Forbes got an exclusive look at the celebrities and billionaires who’ve used a federal program to hide their private-plane flights. Here’s why it’s not working.
When he bought Twitter in October 2022, Elon Musk’s to-do list included giving Jack Sweeney the boot.
Sweeney, a college student from Orlando, Florida, had been tracking Musk’s $65 million Gulfstream G650 and tweeting the whereabouts of the richest man on Earth. Musk wasn’t amused. He saw his privacy as a security issue. “I don’t love the idea of being shot by a nutcase,” he told Sweeney in a direct message.
Musk took his quest for privacy one step further. He enrolled in a free Federal Aviation Administration program called PIA that allows private-jet owners to hide their location by having their planes transmit alternative identity codes.
It didn’t work. Sweeney is still publishing the movements of Musk’s G650 in real time — he’s just switched to Instagram, BlueSky and Facebook. It was easy to crack the FAA’s privacy code, Sweeney told Forbes. “You can do it in a day.” Eventually, Musk and his crew quit trying, Sweeney said, and now Musk flies unmasked. Musk didn’t respond to requests for comment.
The FAA’s PIA program has cloaked the travels of 48 private jets this year, according to JetSpy, a subscription flight-tracking service. The Delaware-based company has been able to figure out the owners of 38 of those planes and shared those findings exclusively with Forbes. They’re a mix of the bold-faced names of celebrity gossip and billionaire masters of the tech and financial universes, with some surprising exceptions.
Here are the jet-setters who tried and failed to travel under the radar.
|Churchill Downs Inc.||Dassault Falcon 2000||Owner of Kentucky Derby racetrack|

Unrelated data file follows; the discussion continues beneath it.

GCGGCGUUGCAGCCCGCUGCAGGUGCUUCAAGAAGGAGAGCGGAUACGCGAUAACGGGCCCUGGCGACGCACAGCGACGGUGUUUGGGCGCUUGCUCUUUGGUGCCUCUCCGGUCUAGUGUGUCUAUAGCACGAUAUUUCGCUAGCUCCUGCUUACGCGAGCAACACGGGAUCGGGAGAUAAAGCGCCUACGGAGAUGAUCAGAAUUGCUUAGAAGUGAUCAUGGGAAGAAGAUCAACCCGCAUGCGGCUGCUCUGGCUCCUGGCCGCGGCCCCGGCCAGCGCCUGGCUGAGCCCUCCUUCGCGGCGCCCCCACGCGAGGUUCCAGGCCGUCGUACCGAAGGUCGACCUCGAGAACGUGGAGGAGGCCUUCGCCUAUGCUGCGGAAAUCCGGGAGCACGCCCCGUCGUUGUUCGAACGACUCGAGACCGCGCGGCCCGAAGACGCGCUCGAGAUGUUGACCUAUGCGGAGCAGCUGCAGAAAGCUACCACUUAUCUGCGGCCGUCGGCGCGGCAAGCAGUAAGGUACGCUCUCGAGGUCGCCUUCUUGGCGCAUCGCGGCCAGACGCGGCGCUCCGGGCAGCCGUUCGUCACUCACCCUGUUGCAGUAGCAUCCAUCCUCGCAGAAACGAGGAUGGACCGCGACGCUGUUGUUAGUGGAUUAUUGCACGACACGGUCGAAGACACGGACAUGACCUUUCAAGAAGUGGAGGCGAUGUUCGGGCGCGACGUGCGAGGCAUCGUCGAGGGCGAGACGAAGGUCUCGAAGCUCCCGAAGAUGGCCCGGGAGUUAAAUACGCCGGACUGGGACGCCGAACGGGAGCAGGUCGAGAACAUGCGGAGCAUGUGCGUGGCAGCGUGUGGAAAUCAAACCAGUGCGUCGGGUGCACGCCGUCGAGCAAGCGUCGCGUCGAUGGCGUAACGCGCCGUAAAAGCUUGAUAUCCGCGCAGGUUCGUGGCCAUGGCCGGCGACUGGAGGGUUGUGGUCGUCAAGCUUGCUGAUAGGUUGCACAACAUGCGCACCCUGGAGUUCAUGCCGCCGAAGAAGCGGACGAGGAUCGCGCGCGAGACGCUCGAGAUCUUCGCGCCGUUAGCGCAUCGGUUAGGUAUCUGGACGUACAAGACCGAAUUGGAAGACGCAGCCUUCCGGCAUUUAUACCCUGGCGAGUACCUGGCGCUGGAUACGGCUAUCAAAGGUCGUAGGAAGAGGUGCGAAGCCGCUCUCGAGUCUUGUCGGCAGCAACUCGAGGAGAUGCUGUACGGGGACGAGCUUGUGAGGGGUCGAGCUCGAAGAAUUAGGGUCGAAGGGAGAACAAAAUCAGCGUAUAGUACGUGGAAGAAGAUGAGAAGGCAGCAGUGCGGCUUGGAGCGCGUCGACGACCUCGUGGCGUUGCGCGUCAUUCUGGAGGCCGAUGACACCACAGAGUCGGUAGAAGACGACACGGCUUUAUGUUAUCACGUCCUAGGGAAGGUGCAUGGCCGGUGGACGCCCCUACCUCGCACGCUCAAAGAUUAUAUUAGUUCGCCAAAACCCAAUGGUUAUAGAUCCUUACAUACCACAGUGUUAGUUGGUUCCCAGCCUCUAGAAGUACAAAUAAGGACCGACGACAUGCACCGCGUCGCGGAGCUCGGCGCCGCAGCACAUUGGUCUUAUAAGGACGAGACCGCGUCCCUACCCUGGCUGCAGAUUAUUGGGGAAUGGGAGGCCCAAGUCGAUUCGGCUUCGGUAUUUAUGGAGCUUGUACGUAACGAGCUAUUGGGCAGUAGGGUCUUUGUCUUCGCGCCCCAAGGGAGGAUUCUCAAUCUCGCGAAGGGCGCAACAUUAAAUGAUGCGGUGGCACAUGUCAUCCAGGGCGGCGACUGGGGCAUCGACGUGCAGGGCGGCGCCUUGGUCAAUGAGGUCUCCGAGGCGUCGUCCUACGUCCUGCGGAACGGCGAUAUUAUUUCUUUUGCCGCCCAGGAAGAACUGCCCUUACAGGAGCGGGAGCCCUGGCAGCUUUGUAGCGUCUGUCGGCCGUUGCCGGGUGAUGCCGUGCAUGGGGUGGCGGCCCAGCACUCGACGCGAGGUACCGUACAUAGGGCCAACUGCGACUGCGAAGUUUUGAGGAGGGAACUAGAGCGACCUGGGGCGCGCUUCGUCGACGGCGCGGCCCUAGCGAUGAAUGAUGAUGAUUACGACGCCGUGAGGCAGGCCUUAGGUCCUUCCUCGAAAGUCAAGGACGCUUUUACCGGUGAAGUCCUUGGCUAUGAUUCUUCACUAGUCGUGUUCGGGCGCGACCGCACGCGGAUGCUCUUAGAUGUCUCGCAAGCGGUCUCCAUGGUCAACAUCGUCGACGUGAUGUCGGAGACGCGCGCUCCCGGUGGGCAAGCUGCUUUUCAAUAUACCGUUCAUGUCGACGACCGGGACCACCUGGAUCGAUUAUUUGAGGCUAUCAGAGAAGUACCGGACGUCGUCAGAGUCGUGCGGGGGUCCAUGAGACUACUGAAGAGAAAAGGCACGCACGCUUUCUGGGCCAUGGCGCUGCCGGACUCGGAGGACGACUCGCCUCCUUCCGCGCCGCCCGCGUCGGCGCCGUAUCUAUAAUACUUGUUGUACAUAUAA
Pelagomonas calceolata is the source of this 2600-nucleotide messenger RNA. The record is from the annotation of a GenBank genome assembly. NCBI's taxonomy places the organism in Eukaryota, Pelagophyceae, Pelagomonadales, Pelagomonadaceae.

|Ossoff Family||Cessna Citation V||Richard Ossoff is the father of U.S. Senator Jon Ossoff|
|Emerson Electric||Four Dassault Falcon jets||Industrial company headquartered in Ferguson, Missouri|
|Encompass Health||Two Cessna Citation Sovereigns||New name for scandal-hit HealthSouth, founded by Richard Scrushy|
|Evan Spiegel||Gulfstream G650||Snapchat billionaire’s plane has visited Rwanda, Australia and French Polynesia|
|Gemini Group||Cessna Citation Sovereign||Family-owned auto-parts company based in Bad Axe, Michigan|
|H. A. “Andy” Andersen Family||Dassault Falcon 2000||Owners of Portland, Oregon-based Andersen Construction|
|Herb Chambers||Gulfstream G500||Billionaire owner of 60 auto dealerships in New England|
|Jason P. Talley||Cessna CitationJet||Tech and aviation entrepreneur|
|Jeff Bezos||Two Gulfstream G650s||Frequent stop: near a Malibu home he reportedly rents from Kenny G|
|Jeff Hansen (Iowa Select Farms)||Dassault Falcon 2000||Activists oppose Hansen’s industrial-scale hog-farming company|
|John Irwin Crandall Jr. Family||Cessna CitationJet||The late Crandall founded Amelia Bay, maker of tea and coffee extracts|
|Ken Griffin||Bombardier Global Express||21 stops in France this year|
|Robert Bass||Two Gulfstream G650s||The Texas billionaire’s planes have racked up 129 flights this year|
|Louis S. Beck||Cessna CitationJet||Beck runs Janus Hotels and Resorts|
|Magic Johnson||Gulfstream III||His plane has criss-crossed the country 103 times this year|
|Marcus Lemonis||Bombardier Challenger 600||The TV personality and RV dealer’s plane has flown 146 times|
|RFK Racing||Hawker Beechcraft Premier 1||A Nascar team part-owned by John Henry’s Fenway Sports Group|
|Sam Zell Family||Bombardier Global 7500, Global 6500 and Challenger 600||The late billionaire’s family inherited a fleet of large-cabin jets|
|Sergey Brin||Gulfstream G650||Google cofounder has twice been to Fiji, perhaps to visit Larry Page|
|Taylor Gerring||Dassault Falcon 7X||Cofounder of the blockchain network Ethereum|